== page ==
The inventor of the Thompson submachine gun was Kentucky-born Army officer John Taliafeffo Thompson. He was born into a military family, and spent his youth on military bases across the United States. He graduated from the military academy West Point in 1882 and then entered the army. By 1890 Thompson was working in the Ordnance Department, where he remained for the rest of his career. Thompson became a specialist in small arms, and by 1903 he was working on modernizing many of the Army's weapons designs. He developed a new model rifle based on the German Mauser in 1903, and in 1907 he was put in charge of small arms design, development, and production in the Ordnance Department in Washington. Thompson's dream was to convince the United States Army to adopt or develop an automatic rifle, but his ideas were considered radical. The machine gun's several inventors had all gone to Europe to market their weapons, and the U.S. Army remained uninterested. Thompson eventually retired from the army in 1914, and went to work for the Remington Arms Corporation, one of the leading American weapons manufacturers. At Remington he pursued plans to design his own automatic rifle. Through personal contacts, Thompson met business magnate Thomas Fortune Ryan, and the financier agreed to provide the inventor with capital. In 1916, Thompson launched a new company, the Auto-Ordnance Corporation, to develop, manufacture, and market a new automatic rifle. This firm, based in New York, contracted with a Cleveland machine-tool firm, Warner & Swasey, to build and test its prototypes. Auto-Ordnance's first attempts at an automatic rifle failed. In 1917, with the European countries engaged in trench warfare in World War I, John Thompson decided to opt for a new design entirely. This was to be a small, hand-held machine gun. The Maxims and other machine guns in use in World War I were large, relatively immobile weapons that were used primarily defensively. Thompson envisioned a gun of similar swift firepower, that soldiers could run with, and so use in offensive assaults.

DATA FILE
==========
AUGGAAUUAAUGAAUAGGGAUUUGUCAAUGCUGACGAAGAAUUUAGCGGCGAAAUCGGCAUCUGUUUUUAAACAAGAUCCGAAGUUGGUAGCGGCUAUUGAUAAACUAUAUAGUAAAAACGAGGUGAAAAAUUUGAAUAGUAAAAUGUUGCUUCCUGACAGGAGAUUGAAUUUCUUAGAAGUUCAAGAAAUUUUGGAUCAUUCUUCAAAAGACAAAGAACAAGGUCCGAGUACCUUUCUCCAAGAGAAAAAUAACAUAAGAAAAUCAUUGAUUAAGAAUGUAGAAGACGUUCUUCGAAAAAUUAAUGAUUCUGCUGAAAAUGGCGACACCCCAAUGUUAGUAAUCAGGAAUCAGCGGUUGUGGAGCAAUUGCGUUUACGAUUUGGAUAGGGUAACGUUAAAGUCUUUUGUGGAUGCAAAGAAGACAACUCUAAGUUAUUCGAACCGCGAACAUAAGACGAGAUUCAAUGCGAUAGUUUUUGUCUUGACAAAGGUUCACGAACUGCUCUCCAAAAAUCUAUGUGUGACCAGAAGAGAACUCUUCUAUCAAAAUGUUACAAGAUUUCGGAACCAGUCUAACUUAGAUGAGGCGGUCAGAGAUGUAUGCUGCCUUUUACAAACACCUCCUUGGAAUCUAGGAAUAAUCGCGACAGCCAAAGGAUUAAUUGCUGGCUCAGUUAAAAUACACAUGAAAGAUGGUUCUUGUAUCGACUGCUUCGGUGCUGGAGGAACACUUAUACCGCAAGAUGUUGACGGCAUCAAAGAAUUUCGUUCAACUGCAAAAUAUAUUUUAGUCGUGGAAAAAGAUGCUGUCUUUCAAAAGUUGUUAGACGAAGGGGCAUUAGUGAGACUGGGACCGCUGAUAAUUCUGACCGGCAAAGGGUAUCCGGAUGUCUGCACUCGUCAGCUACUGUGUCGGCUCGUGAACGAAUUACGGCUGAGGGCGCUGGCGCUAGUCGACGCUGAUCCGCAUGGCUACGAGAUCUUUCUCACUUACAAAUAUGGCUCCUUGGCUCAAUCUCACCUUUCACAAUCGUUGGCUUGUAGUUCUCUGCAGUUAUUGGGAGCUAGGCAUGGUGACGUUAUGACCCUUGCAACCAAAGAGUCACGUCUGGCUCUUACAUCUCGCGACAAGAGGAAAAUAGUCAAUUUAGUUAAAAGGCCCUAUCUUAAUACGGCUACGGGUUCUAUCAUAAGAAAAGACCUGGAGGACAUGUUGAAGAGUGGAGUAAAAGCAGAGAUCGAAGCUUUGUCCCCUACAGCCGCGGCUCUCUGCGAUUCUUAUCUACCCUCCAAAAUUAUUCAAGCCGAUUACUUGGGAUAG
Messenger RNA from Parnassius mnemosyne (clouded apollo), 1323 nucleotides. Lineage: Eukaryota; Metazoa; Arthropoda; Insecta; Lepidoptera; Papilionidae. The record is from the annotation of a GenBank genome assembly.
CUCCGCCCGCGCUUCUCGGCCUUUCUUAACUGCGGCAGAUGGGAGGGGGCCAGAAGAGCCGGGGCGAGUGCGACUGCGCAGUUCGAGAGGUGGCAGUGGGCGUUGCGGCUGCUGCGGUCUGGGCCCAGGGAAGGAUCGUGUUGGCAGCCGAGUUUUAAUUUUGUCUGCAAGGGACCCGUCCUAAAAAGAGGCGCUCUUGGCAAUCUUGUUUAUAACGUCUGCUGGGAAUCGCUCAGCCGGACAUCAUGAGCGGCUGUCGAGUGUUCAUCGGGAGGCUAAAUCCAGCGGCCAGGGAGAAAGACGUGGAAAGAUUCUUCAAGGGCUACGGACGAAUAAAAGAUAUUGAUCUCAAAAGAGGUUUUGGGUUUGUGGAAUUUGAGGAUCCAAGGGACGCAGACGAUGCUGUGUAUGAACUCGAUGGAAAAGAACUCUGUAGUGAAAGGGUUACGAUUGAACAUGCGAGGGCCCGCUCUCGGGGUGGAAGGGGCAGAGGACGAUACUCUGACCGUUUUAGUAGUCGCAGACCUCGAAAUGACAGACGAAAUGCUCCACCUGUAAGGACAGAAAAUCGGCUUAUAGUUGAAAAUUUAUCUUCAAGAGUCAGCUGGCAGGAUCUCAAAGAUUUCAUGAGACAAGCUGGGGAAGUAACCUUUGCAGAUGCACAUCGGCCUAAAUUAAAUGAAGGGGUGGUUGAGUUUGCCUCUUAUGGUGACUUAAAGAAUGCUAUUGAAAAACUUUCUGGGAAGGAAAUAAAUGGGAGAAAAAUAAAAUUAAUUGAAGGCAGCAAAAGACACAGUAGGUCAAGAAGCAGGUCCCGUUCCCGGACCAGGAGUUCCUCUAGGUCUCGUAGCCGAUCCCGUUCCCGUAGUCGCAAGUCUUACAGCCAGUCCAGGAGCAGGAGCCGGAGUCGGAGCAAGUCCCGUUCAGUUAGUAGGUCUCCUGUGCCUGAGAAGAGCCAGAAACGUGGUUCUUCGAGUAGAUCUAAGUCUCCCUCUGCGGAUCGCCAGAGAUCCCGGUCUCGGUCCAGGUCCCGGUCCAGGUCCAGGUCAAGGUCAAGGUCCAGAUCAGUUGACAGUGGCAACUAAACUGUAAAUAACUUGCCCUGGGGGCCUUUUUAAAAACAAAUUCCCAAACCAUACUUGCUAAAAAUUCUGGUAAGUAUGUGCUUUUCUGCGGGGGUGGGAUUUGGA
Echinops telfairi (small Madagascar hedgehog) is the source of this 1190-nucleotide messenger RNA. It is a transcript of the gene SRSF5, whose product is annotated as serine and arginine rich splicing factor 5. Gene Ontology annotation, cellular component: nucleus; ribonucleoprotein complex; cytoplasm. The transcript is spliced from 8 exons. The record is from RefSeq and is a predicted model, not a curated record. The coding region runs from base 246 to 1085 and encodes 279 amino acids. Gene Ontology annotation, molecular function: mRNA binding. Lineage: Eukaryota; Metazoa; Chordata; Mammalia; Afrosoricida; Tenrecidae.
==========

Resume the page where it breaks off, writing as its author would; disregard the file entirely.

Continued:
Auto-Ordnance began working feverishly on this "miniature" machine gun. The first workable designs were done in 1918, and the company made several prototypes and got them ready to ship to American troops overseas. The prototypes reached the dock in New York the day the Armistice was signed, and Auto-Ordnance thus lost out on its intended market. The company went back to work, trying to modify the gun for use other than in trench warfare. In 1919 the company unveiled its Thompson submachine gun, the "sub" indicating that it was much smaller than the massive machine guns used in Europe. The premier United States gunmaker Colt agreed to manufacture the Thompson, and the first guns were ready in March, 1921. Though Auto-Ordnance hoped to get a large order from the U.S. Army, it instead found eager takers in countries like Honduras and Panama, where the guns were used to solve labor disputes. Within months of the gun's introduction, the Thompson found its way to underground fighters of the Irish Republican Army (IRA). Auto-Ordnance marketed the gun heavily to police departments, touting the "pocket machine gun" as a great way to stop bank robbers and other motorized bandits. Unfortunately, it was these criminals who seized on the merits of the Tommy gun. In 1925 gangsters in Chicago used Thompsons in vendettas, finding them ideal for quick killing from a safe distance. The submachine guns were apparently easily and legally available at sporting goods stores. Notorious gangster Al Capone supposedly stopped at a Chicago sporting goods store to get a gun, and Capone's first known Tommy-gun killing followed on April 27, 1926. The guns spread through the underworld, first in other parts of the Midwest, and then to New York. They were used in Chicago's notorious St. Valentine's Day Massacre in 1929 and carried by renegade killers Bonnie and Clyde in the 1930s.